John Galea's Blog

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Heartbleed bug

Everyone including me (personally and professionally) are scrambling to figure out what to do about this latest bug. If you live on another planet maybe you haven’t heard but a bug in OpenSSL has become common knowledge (the bug has existed for about 2-3 years) that allows hackers to gain access to private users information. Credit card, address, SIN numbers you name it. Frankly there is only so much you can do. But you have to start somewhere as an end user. The main issue IMHO is that companies are not being forth coming with whether they were exposed and what they have done. The main thing you can do is change your passwords. If you use a common password and only one of your sites becomes compromised all of your logons are compromised. But there is no point changing your password until the site itself has taken steps. One of the more proactive sites of all of the organizations I logon to is TeamSnap. They stepped up and here is what they said:

1) “To our knowledge, there were no attacks to TeamSnap or its stored data.” Frankly the bug does not leave behind logs so knowing they were attacked and lost data is not as easy as one might otherwise think

2) “The OpenSSL folks have already put out a fix, which has been picked up widely. On the TeamSnap side, we found out about the bug — and the fix — when it was announced and immediately went into action. We checked to make sure all of our servers had the fix, we contacted our tech partners to make sure they knew about the bug and were also adopting the fix, and we revoked our previous security certificate and private key and issued new ones.” This is exactly what needs to be done to plug the hole. All of these steps are necessary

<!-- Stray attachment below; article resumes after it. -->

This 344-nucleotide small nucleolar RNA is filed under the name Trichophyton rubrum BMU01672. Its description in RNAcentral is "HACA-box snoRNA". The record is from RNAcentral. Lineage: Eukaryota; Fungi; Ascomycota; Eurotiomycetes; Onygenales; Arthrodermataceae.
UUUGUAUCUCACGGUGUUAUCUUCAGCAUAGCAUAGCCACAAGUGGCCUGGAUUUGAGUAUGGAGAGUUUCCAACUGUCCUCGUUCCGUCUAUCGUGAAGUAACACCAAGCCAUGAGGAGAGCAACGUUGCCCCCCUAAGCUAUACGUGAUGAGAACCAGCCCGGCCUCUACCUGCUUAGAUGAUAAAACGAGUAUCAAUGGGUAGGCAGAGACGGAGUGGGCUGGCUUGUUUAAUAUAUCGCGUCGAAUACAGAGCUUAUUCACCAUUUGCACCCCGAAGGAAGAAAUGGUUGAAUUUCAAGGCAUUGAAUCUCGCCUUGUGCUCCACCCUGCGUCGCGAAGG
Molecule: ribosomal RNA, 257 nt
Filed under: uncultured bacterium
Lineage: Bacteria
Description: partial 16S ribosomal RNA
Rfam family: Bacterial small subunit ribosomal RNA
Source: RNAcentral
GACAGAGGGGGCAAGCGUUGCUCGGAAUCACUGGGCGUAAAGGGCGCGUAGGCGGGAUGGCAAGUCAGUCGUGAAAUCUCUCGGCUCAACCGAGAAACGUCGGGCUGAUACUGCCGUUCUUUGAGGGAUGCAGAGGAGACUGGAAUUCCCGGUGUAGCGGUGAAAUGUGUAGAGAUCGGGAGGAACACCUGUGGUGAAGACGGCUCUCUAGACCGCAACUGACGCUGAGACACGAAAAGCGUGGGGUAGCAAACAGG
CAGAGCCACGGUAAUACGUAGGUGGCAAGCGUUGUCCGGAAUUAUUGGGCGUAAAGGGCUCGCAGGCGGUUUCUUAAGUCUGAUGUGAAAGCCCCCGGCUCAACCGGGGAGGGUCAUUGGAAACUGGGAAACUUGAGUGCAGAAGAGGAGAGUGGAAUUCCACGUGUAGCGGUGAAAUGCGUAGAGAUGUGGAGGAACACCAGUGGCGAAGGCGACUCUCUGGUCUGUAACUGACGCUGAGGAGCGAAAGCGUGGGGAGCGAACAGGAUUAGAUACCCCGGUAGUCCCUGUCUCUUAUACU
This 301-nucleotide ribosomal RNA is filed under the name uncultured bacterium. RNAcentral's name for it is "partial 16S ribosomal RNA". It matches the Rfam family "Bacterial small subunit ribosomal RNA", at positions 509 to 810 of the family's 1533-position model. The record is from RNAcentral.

But the reality is all this does is stop future leaks and does nothing to remediate already lost data, because really nothing can be done.

3) “Despite the fact that we don’t think TeamSnap information was compromised, we highly suggest users to change their TeamSnap password.”

Kudos to TeamSnap. That’s the way every company should behave in a situation like this.

Yup changing your password especially to any web site that you care about, has personal info, credit card etc is crucial. And wherever practical use different passwords. But it also helps to know if the site has fixed itself as teamsnap did above. If you can’t find out (because the reality is companies are hiding the facts because they don’t want to admit they were exposed, and are using open source FREE software) there are a few test web sites out there you can use that will checkout if the site is now patched. Checkout fillipio and lastpass. Now I can’t give any info as to whether these sites work or are accurate but at least it’s something to do.

You can also check Mashable and other such summaries telling who was and was not exposed. Well that’s about it. I can only imagine how many identity thefts are going to come out of this mess.

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April 16, 2014 - Posted by | Uncategorized

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